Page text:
While it is sensible to supplement the commands determining an organization by subsidiary rules, and to use organizations as elements of a spontaneous order, it can never be advantageous to supplement the rules governing a spontaneous order by isolated and subsidiary commands concerning those activities where the actions are guided by the general rules of conduct. This is the gist of the argument against 'interference' or 'intervention' in the market order. The reason why such isolated commands requiring specific actions by members of the spontaneous order can never improve but must disrupt that order is that they will refer to a part of a system of interdependent actions determined by information and guided by purposes known only to the several acting persons but not to the directing authority. The spontaneous order arises from each element balancing all the various factors operating on it and by adjusting all its various actions to each other, a balance which will be destroyed if some of the actions are determined by another agency on the basis of different knowledge and in the service of different ends.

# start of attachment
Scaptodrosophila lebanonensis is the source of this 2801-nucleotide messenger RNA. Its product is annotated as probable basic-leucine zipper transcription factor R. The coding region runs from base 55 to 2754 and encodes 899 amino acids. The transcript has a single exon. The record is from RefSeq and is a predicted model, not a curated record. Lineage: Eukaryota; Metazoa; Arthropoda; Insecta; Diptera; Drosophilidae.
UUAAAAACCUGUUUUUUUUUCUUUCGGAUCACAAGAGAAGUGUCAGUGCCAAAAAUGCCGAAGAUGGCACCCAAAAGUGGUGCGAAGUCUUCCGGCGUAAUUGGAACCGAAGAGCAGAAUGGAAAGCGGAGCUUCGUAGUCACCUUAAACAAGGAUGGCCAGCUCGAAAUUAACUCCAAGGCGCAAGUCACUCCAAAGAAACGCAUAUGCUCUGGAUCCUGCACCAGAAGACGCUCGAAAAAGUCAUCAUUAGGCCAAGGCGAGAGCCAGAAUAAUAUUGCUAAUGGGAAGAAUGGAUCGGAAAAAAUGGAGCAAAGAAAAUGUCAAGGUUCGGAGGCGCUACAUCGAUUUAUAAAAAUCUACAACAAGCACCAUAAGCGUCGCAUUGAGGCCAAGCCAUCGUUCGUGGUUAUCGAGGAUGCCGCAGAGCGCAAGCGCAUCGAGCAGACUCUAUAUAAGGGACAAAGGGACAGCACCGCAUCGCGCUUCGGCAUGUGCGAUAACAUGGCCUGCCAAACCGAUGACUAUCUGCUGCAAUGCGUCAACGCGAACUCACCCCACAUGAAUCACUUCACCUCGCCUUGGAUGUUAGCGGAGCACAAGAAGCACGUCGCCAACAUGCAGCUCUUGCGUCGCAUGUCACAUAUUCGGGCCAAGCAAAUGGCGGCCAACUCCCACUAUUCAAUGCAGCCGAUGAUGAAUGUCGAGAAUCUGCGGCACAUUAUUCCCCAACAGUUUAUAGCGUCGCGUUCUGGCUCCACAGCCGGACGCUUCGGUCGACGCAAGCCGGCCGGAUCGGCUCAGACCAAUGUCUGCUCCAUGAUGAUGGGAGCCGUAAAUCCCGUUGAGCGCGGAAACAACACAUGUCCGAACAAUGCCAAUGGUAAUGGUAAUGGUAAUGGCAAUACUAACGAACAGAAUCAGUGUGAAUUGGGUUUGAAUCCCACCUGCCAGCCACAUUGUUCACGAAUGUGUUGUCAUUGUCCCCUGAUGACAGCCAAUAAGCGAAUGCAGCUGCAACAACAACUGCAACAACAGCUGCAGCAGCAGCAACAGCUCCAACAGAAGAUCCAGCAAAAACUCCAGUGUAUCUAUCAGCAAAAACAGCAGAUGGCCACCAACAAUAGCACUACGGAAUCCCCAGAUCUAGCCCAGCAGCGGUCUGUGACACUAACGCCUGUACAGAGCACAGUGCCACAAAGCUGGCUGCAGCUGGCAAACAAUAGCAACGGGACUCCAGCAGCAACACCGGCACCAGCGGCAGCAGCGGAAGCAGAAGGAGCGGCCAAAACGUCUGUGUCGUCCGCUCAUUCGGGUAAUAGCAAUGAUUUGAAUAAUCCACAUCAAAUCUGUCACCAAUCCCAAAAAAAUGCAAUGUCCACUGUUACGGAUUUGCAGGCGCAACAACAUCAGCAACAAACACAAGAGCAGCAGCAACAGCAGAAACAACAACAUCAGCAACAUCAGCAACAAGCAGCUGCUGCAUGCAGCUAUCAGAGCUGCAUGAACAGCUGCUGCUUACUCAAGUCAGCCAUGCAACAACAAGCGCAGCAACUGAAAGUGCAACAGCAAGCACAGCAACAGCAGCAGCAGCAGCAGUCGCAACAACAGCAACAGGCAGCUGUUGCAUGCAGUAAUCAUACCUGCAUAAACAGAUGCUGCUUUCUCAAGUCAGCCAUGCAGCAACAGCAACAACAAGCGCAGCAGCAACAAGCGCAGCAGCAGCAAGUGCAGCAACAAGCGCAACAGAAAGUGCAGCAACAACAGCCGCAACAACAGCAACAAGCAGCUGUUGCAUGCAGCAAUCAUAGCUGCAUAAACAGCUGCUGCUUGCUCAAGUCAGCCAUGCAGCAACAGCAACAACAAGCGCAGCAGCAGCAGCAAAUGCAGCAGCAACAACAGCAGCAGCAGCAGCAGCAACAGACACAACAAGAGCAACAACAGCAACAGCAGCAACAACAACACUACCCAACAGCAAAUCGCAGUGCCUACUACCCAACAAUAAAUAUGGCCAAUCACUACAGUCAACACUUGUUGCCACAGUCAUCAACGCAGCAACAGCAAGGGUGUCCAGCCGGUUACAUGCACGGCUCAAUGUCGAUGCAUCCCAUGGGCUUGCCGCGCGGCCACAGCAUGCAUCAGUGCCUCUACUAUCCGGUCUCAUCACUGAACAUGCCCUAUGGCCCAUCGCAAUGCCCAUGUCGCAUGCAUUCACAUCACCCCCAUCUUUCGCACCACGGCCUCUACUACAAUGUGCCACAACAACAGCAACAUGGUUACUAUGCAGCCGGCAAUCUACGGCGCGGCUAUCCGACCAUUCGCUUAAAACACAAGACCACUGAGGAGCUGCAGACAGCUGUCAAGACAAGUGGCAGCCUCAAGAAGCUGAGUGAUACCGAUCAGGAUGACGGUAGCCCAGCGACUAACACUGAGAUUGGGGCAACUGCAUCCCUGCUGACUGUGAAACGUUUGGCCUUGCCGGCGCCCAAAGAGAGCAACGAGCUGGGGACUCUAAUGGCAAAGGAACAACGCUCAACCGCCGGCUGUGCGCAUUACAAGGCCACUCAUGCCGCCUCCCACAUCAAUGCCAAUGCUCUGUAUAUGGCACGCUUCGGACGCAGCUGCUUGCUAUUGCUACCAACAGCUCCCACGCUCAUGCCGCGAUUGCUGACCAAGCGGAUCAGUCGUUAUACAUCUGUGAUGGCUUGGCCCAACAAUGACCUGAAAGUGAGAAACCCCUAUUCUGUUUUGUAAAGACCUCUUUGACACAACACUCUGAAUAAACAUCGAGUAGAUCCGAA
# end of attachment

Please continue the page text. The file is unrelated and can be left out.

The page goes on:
Thursday, March 04, 2010
X = Hayek from Law, Legislation and Liberty volume 1 (p. 51).